(Bloomberg) — Two groups promoting ethics in government called for the impeachment of U.S. Attorney General William Barr, accusing him of violating laws and undermining public confidence in the Justice Department.
Barr has used the department to further President Donald Trump’s re-election campaign, a bipartisan group of lawyers from the Center for Ethics and the Rule of Law at the University of Pennsylvania and Citizens for Responsibility and Ethics in Washington wrote in a report released Monday, three weeks ahead of U.S. elections.
Photographer: Andrew Harrer/Bloomberg
The authors warned that Barr’s appointment of U.S. Attorney John Durham to review the origins of the Russia investigation, and Barr’s willingness to discuss the investigation in news interviews, point to efforts to create a politically orchestrated “October surprise.” Such actions could violate the Hatch Act, which forbids
Federal prisoners, corrections staff, government inspectors and civil rights advocates have complained for months that the BOP’s strategies, when useful, are inconsistently applied. The overall inadequate response is leaving a vulnerable population at risk of infection and creating major vectors for transmission more than seven months into the pandemic. Since the start of the outbreak, more than 17,000 federal prisoners and staffers have tested positive and more than 130 have died.
“This is mounting evidence that efforts to contain the virus within BOP facilities are failing,” Sen. Richard J. Durbin (D-Ill.) and Sen. Elizabeth Warren (D-Mass.) wrote to Barr and Carvajal in one of the Oct. 2 letters, which were viewed by The Washington Post.
The letters capture Democratic lawmakers’ mounting frustrations with Barr and Carvajal, who, since March, have reportedly ignored lawmakers’ concerns, like the ones raised in the October letter.
Though incarceration rates have slowed in recent years,
A federal judge last week blocked a Justice Department commission studying issues plaguing the law enforcement community from releasing its report because the panel excluded civil-rights leaders.
U.S. District Judge John Bates ruled that the much-ballyhooed Presidential Commission on Law Enforcement and the Administration of Justice violated the Federal Advisory Committee Act, which requires government committees to receive input from “fairly balanced” viewpoints.
Judge Bates, a George W. Bush appointee, wrote in his 45-page opinion that the commission was full of law enforcement officials, but none of the members have “a criminal defense, civil rights, or community organization background.”
The judge also scolded the Justice Department for holding closed-door meetings and failing to notify the public when meetings would take place. So far, the commission has held more than 20 meetings, according to Judge Bates’ opinion.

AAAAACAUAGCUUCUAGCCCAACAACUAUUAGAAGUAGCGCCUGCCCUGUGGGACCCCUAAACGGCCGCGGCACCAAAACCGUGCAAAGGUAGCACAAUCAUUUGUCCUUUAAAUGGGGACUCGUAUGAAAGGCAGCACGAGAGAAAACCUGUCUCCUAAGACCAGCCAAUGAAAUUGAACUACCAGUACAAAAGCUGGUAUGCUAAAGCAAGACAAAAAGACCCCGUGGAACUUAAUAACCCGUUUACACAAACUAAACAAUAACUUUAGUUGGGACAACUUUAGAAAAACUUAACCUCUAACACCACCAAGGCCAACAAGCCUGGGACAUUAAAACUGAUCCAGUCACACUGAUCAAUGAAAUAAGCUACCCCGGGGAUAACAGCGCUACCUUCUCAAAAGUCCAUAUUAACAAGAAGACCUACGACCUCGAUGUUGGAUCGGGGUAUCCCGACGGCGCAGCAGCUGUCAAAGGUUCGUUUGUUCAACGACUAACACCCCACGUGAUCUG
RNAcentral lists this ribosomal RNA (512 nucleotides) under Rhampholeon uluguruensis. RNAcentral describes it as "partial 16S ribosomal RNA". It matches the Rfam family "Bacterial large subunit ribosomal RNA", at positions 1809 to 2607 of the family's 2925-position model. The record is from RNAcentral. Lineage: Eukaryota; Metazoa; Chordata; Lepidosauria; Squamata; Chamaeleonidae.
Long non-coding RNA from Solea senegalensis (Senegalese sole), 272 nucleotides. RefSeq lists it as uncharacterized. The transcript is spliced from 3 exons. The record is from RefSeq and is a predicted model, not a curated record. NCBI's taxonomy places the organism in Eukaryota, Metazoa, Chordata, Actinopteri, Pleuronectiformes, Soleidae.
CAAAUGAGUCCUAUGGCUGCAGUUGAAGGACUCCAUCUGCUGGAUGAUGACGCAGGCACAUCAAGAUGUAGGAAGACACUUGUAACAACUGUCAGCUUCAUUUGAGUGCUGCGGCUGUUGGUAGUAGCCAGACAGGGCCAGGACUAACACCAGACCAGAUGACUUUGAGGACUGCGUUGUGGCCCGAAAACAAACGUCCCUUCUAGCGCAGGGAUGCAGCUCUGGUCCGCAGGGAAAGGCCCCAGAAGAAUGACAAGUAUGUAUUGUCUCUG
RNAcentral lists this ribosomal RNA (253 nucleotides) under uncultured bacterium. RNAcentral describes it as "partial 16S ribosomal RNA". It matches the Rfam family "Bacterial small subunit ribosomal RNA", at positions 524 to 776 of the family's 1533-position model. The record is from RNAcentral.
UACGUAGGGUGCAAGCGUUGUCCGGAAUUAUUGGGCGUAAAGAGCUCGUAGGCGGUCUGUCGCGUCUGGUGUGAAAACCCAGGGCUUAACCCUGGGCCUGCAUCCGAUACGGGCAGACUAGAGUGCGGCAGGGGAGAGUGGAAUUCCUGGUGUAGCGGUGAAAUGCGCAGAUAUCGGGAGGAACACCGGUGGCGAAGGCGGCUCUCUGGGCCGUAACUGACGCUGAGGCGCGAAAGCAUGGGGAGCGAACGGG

“Especially in 2020, when racial justice and civil rights issues involving law enforcement have
U.S. Attorney General William Barr could attempt to influence the outcome of the 2020 presidential election, according to allegations made in an open letter from 1,612 former members of the Department of Justice.
Barr has claimed that this year’s election results could be tallied incorrectly because of the prevalence of mail-in ballots. In September, Barr said that the mail-in ballots could be highly susceptible to fraud. Barr has also said that foreign entities, such as the Russian government, could forge ballots and send them in which could cause election results to be unfairly unbalanced.
In the letter, the DOJ alumni cited a fear that Barr “intends to use the DOJ’s vast law enforcement powers to undermine our most fundamental democratic value: free and fair elections. He has signalled this intention in myriad ways, from making false statements about the security of mail-in voting from foreign hackers to falsely suggesting that
A federal judge’s ruling on Thursday stopped next month’s expected release of a report from a presidential commission created to study American law enforcement. Judge John Bates ruled that the commission, comprised solely of current and former law enforcement officials, lacked the diversity necessary to address issues plaguing policing.
None of the 18 commissioners appointed to “study a broad range of issues regarding law enforcement and the criminal justice system,” and then make recommendations to the president through the report, have any background in “criminal defense, civil rights, or community organization,” Bates noted in his decision.
“Especially in 2020,” Bates wrote, “when racial justice and civil rights issues involving law enforcement have erupted across the nation, one may legitimately question whether it is sound policy to have a group with little diversity of experience examine, behind closed doors, the sensitive issues facing law enforcement and the criminal justice system in